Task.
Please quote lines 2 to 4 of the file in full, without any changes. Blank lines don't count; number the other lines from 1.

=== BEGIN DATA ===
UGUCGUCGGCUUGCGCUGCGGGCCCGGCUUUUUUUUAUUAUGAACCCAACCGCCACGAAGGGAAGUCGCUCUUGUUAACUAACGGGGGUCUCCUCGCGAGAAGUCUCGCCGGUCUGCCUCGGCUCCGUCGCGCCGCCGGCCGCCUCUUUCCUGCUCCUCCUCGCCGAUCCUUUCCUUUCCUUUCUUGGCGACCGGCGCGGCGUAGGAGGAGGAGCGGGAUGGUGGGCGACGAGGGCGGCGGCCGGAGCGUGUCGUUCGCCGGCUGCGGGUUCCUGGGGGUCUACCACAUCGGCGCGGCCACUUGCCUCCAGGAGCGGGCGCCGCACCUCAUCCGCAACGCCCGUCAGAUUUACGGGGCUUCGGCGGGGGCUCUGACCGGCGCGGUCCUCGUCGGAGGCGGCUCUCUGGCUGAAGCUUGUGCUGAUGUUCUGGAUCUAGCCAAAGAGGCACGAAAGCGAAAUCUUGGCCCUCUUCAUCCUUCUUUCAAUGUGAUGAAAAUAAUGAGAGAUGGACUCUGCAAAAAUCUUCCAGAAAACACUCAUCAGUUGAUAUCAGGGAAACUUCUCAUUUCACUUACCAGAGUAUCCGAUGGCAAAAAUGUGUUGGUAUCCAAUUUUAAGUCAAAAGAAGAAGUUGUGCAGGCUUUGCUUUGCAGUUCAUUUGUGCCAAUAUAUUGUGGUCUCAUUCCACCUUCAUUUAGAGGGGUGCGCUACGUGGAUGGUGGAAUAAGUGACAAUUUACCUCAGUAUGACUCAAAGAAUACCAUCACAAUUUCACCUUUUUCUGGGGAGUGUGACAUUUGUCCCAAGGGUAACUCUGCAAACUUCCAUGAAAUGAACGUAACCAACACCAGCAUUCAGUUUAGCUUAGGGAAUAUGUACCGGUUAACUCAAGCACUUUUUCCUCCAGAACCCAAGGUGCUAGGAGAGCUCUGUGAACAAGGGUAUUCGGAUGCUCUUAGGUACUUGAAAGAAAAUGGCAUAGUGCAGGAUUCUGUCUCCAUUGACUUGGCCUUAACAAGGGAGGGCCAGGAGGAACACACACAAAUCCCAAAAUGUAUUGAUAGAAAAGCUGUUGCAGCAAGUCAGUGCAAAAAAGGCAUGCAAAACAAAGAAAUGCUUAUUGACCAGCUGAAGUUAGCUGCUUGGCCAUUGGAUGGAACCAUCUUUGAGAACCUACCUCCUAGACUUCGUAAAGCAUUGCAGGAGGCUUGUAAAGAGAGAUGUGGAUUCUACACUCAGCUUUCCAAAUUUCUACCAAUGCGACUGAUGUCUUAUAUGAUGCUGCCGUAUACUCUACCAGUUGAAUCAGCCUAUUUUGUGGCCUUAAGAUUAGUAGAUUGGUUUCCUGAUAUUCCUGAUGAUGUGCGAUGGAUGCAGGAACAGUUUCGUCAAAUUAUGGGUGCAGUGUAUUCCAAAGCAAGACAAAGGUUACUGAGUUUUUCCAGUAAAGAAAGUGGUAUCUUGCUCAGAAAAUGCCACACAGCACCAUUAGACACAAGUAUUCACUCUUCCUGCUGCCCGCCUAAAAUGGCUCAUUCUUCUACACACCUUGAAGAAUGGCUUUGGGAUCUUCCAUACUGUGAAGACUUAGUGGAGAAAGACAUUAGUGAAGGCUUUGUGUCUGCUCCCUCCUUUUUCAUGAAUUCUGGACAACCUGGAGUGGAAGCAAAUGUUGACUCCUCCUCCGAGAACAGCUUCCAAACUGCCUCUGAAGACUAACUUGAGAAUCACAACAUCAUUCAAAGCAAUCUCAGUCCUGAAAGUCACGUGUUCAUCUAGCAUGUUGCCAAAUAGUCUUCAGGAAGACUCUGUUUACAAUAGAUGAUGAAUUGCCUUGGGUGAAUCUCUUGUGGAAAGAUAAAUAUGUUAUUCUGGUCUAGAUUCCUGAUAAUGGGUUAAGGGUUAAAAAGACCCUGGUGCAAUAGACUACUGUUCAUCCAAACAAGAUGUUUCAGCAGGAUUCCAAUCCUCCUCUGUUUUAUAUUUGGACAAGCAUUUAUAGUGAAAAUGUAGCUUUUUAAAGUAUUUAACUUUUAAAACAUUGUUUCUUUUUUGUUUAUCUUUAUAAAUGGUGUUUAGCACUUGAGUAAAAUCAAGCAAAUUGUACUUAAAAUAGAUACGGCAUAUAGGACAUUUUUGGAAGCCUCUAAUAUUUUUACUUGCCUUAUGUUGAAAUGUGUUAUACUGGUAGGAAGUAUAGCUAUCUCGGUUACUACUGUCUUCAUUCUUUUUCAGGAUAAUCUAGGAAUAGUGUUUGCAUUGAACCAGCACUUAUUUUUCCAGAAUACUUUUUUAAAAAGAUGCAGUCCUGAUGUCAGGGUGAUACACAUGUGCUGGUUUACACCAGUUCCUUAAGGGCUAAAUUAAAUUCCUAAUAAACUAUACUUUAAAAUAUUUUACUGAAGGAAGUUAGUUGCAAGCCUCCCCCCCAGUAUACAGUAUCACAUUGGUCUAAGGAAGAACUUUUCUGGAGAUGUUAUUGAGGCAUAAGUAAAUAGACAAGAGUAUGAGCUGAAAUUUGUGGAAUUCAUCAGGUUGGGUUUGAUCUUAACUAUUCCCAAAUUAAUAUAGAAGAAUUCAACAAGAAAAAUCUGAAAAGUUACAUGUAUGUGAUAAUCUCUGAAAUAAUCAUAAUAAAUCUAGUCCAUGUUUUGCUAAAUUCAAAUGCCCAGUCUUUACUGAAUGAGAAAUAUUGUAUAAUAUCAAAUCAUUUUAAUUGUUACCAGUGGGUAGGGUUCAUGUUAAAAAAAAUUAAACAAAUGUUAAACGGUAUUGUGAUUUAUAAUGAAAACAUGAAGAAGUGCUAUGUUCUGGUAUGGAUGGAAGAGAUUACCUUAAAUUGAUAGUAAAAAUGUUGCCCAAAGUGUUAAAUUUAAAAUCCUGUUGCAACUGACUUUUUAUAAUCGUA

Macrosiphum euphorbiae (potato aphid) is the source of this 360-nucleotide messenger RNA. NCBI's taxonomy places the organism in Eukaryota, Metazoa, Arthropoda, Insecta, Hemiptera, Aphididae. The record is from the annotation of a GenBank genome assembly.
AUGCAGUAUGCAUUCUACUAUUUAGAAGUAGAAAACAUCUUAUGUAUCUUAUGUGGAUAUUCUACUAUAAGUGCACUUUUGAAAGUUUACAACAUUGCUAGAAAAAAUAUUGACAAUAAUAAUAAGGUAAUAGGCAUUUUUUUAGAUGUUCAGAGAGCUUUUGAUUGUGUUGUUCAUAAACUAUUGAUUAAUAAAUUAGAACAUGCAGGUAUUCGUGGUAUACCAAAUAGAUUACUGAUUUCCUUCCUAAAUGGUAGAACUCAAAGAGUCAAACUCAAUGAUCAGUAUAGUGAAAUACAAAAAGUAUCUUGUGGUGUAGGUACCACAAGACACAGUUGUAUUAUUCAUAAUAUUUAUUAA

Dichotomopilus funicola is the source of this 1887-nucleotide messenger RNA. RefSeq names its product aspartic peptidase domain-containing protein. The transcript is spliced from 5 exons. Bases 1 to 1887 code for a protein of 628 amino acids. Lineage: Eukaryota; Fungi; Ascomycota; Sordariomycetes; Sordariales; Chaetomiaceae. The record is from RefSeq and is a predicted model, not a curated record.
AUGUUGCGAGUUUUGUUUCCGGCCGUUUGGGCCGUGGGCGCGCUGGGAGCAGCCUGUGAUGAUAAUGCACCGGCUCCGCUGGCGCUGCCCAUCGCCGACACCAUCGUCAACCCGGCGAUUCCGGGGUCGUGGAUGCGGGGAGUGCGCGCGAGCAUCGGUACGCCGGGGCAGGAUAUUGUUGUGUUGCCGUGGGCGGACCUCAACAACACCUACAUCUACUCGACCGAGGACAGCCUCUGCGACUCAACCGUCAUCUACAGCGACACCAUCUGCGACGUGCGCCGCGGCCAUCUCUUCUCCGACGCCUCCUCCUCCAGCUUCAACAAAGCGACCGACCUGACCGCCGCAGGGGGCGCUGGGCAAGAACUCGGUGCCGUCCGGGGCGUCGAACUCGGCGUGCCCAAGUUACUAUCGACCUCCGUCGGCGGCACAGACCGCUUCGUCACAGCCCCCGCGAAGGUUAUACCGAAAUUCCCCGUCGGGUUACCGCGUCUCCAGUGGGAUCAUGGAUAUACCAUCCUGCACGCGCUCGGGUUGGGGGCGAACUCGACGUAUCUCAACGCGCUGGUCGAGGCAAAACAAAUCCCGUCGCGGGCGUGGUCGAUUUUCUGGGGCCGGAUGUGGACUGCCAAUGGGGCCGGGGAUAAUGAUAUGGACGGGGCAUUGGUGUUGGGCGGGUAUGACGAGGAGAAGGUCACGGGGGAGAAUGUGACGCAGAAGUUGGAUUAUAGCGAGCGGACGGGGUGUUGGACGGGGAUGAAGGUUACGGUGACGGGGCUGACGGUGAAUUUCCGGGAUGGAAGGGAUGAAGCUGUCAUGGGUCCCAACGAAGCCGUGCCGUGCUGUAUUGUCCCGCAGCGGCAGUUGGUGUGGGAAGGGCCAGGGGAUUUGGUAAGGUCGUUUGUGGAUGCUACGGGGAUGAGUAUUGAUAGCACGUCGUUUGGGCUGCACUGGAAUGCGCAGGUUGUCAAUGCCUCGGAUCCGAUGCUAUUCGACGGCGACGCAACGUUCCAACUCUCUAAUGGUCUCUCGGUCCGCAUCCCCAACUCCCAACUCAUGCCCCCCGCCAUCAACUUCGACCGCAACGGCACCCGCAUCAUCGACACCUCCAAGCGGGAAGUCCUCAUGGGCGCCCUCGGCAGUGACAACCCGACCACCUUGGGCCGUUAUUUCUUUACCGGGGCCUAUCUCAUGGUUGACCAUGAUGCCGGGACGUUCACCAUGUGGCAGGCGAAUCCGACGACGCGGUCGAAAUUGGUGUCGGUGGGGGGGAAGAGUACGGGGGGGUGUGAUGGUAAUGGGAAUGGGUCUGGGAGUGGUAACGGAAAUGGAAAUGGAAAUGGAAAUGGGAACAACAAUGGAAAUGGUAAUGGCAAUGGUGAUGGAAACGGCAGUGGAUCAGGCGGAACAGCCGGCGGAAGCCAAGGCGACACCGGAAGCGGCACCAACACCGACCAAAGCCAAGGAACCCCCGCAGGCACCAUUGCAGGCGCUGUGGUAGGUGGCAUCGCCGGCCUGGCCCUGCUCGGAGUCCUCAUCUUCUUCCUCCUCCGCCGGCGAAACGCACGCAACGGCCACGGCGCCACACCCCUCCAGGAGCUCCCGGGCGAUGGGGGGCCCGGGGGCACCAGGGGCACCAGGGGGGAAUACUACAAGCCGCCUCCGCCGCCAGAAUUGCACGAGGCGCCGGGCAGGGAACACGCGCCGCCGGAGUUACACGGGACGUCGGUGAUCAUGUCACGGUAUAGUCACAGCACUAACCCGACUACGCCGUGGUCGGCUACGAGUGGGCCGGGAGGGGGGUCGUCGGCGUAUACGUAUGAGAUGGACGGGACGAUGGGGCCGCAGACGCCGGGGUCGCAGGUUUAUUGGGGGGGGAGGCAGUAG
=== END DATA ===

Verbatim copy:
Macrosiphum euphorbiae (potato aphid) is the source of this 360-nucleotide messenger RNA. NCBI's taxonomy places the organism in Eukaryota, Metazoa, Arthropoda, Insecta, Hemiptera, Aphididae. The record is from the annotation of a GenBank genome assembly.
AUGCAGUAUGCAUUCUACUAUUUAGAAGUAGAAAACAUCUUAUGUAUCUUAUGUGGAUAUUCUACUAUAAGUGCACUUUUGAAAGUUUACAACAUUGCUAGAAAAAAUAUUGACAAUAAUAAUAAGGUAAUAGGCAUUUUUUUAGAUGUUCAGAGAGCUUUUGAUUGUGUUGUUCAUAAACUAUUGAUUAAUAAAUUAGAACAUGCAGGUAUUCGUGGUAUACCAAAUAGAUUACUGAUUUCCUUCCUAAAUGGUAGAACUCAAAGAGUCAAACUCAAUGAUCAGUAUAGUGAAAUACAAAAAGUAUCUUGUGGUGUAGGUACCACAAGACACAGUUGUAUUAUUCAUAAUAUUUAUUAA

Dichotomopilus funicola is the source of this 1887-nucleotide messenger RNA. RefSeq names its product aspartic peptidase domain-containing protein. The transcript is spliced from 5 exons. Bases 1 to 1887 code for a protein of 628 amino acids. Lineage: Eukaryota; Fungi; Ascomycota; Sordariomycetes; Sordariales; Chaetomiaceae. The record is from RefSeq and is a predicted model, not a curated record.